The hill was steep and the steps were plenty.
Mr A reached the top before me, a rubbish bag in one hand, balanced by a box of cardboard tucked under the other. I'm not sure how he managed the bag of plastic bottles too, but he did.
We'd already locked up the Swiss holiday house where we'd spent the week exploring the beautiful Lake Maggiore - all packed up just in time to hand the keys to the contracted cleaner.
Well I think she was the cleaner. She turned up at the exact time we'd been instructed to depart, but she didn't speak English and I hadn't mastered enough Italian to ask. But she managed to mime a sweeping action so I guessed she was the designated lady with the mop.
Dropping off our rubbish was the last duty before we left the popular resort of San Nazarro and its stunning views over the lake.
Catching our breath from the steep climb, we finally made it to the communal waste collection point. There was no luxury of a domestic kerbside collection in this part of the continent.
And in temperatures of over 30C, lugging our rubbish to the top of the hill felt more than a mere inconvenience. If truth be told, it felt like a real burden. The only relief was that after a week in the holiday home our rubbish bag was still quite small
So Mr A bunged the rubbish bag into the garbage container - in a plastic sack as instructed by the local council.
The plastic PET bottles went into a separate collection bank.
Then clutching the box of cardboard, he hunted high-and-low for the paper bank.
But there wasn't one.
Defeated by the lack of facilities, he headed back towards the rubbish bin and began to lift the lid.
"Don't you dare!" I squealed, not quite realising that it sounded like a major threat.
Well I know it was only cardboard and that it would have been used to create energy in one of Switzerland's incinerators, but I couldn't let him just drop it into the rubbish bin. Not when there were other options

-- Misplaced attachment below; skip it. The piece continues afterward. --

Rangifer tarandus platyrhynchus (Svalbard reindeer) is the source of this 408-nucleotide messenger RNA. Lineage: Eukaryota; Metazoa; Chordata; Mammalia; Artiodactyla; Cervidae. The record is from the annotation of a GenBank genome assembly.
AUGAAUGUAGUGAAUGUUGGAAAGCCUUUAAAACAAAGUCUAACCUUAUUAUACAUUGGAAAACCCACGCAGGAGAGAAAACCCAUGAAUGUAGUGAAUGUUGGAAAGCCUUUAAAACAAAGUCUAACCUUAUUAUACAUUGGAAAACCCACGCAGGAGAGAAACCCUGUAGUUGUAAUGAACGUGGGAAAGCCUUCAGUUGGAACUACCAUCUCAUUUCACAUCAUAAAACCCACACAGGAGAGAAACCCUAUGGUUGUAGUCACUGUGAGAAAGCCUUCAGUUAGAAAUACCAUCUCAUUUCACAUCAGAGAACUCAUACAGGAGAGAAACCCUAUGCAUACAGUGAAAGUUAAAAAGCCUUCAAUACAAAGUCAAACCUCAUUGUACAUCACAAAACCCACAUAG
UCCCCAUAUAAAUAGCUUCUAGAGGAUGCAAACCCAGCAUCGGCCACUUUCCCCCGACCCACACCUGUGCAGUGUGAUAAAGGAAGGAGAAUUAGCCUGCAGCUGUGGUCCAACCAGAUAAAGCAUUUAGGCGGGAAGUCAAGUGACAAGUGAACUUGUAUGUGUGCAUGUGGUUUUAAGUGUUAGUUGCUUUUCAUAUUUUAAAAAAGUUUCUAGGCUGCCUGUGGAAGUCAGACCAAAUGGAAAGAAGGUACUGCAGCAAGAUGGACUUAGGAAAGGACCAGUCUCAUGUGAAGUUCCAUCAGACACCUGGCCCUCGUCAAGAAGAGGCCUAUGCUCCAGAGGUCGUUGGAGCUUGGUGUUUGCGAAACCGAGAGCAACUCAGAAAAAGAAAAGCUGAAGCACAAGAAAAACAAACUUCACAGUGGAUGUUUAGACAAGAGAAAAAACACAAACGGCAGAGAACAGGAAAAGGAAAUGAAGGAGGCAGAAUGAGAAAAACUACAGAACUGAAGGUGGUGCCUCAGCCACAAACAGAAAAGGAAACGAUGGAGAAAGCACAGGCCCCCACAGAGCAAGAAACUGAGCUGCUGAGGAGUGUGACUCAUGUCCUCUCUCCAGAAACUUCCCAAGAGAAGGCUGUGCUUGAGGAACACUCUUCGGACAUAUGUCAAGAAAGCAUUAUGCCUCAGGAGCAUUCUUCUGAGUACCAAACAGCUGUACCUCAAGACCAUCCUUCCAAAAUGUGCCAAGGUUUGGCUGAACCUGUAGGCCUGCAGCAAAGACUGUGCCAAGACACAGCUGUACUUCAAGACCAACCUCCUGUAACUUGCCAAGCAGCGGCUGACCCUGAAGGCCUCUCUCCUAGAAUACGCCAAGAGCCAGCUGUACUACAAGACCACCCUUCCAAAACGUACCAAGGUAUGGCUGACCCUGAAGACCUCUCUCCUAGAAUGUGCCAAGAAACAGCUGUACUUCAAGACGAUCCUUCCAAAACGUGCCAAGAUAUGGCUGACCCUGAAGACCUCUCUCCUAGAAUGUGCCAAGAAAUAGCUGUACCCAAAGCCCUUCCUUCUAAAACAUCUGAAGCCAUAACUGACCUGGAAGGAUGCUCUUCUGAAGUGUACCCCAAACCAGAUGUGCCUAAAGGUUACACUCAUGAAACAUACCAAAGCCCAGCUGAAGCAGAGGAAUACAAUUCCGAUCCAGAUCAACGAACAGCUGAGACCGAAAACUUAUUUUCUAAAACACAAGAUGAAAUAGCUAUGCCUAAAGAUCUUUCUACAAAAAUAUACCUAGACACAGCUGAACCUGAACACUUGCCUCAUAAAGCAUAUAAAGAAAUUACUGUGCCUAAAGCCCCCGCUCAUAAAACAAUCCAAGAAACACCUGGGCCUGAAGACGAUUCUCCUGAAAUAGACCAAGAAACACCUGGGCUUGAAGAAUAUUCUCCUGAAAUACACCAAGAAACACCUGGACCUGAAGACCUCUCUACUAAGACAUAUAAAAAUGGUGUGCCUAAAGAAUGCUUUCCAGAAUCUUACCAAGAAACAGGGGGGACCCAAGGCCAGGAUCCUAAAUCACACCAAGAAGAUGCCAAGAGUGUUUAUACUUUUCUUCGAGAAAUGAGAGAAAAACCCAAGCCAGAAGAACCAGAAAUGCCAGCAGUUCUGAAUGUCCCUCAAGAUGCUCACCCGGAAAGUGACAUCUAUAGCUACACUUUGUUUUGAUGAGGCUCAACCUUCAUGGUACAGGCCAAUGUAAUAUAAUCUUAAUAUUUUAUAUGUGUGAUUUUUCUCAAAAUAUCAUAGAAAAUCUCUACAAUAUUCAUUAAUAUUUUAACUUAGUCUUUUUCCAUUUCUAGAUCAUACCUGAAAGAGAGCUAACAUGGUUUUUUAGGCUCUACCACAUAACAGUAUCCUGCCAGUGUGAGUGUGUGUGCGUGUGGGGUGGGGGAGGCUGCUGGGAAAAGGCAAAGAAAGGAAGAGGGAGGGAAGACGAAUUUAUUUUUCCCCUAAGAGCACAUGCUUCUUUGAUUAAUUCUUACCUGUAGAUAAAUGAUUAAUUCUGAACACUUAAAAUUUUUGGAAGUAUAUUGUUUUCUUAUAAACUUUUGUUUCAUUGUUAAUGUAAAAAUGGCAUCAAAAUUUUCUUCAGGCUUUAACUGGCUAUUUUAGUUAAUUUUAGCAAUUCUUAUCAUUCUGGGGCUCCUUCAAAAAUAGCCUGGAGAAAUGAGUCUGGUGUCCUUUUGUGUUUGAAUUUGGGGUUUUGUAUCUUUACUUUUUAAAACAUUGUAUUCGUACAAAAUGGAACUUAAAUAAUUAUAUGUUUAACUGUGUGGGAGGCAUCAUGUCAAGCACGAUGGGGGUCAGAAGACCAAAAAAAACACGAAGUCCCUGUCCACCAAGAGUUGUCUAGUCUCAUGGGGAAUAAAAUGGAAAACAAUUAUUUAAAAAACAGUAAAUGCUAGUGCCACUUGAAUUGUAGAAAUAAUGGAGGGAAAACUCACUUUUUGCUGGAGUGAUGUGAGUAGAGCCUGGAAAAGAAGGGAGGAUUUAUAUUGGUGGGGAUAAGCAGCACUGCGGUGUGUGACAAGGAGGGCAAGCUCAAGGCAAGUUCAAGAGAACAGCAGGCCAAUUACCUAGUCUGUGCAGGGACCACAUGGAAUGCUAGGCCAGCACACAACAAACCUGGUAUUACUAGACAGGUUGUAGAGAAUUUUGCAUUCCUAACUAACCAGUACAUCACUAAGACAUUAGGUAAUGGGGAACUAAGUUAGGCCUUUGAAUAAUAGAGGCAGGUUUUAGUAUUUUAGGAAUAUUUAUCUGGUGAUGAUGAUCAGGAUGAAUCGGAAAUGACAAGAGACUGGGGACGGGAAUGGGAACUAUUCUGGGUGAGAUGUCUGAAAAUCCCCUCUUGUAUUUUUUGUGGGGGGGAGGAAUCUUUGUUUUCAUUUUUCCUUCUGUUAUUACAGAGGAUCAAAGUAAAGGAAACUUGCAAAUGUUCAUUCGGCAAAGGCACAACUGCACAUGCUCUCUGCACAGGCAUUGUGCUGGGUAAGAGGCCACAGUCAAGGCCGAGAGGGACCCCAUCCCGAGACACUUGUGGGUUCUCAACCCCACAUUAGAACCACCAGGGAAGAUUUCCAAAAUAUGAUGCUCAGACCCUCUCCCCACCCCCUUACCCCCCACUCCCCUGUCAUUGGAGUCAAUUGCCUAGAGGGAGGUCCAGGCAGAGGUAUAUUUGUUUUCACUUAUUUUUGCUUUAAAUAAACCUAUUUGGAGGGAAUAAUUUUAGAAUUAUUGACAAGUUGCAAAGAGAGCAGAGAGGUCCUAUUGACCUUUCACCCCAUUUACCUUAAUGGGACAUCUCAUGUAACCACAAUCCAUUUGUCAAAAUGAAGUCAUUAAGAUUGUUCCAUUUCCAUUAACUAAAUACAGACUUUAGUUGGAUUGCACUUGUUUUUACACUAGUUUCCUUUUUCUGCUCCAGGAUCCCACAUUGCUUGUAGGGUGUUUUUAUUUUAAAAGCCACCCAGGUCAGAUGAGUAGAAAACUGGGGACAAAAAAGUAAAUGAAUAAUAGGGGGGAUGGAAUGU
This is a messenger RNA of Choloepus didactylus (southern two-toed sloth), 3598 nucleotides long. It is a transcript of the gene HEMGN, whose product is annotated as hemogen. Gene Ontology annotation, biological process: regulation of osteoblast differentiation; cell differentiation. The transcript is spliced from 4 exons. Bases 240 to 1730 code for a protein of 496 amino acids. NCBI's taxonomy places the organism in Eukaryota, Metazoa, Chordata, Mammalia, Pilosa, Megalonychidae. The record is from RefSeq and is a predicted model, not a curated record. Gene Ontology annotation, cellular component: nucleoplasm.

"It's only a bit of rubbish" came the reply.
Blimmin' 'eck. I thought he'd got the message. It was time to dig in my heels in order to hold my ground.
"It's not flippin' rubbish it's a very useful resource!" I maintained. "Let's just bung it in the car until we get to our next destination, where I know there is a paper bank."
Then came the stony face.
"You're having a laugh!"
"Have you seen how jam-packed it is?"
The mood was definitely getting serious and with gestures worthy of our continental location he thrusted the bundle of cardboard into my arms.
"If you're that determined, you can bloody well sit with it on your lap!"
And that's how we left the rubbish bins, with me prepared to sit with a bundle of cardboard on a car journey around the lake, through Locarno, around the twisting bends of Centovalli, entering Italy and leaving again amidst the dramatic landscape of the Swiss Alps; a 5 hour trip culminating in a visit to the cardboard bank in Leysin, our next stopover on our Swiss road-trip.
I should be relieved that Mr A hasn't divorced me for my determination.
I can picture the scene:
"She insisted on recycling the cardboard Your Honour! It was the finale of an unhealthy decline and I could take no more."
It's a good job my brother-in-law made an unexpected intervention.
As we bid our farewells - or rather arrivederci - to my sister and her family who we'd travelled all the way to Switzerland to visit, he kindly offered to take the bundle off my hands and drop it into the recycling point at the local train station.
Such a simple gesture leaving me to concentrate on managing the passports and enjoying the view from the car window.
And enjoy the view I did...
...while feeling relieved that Mr A hadn't noticed the empty sweetcorn cans I'd sneaked into the car only hours earlier.
Perhaps I need another holiday. I know Mr A certainly does to recover.
Sunday, 23 August 2009
Labels: Recycling in Switzerland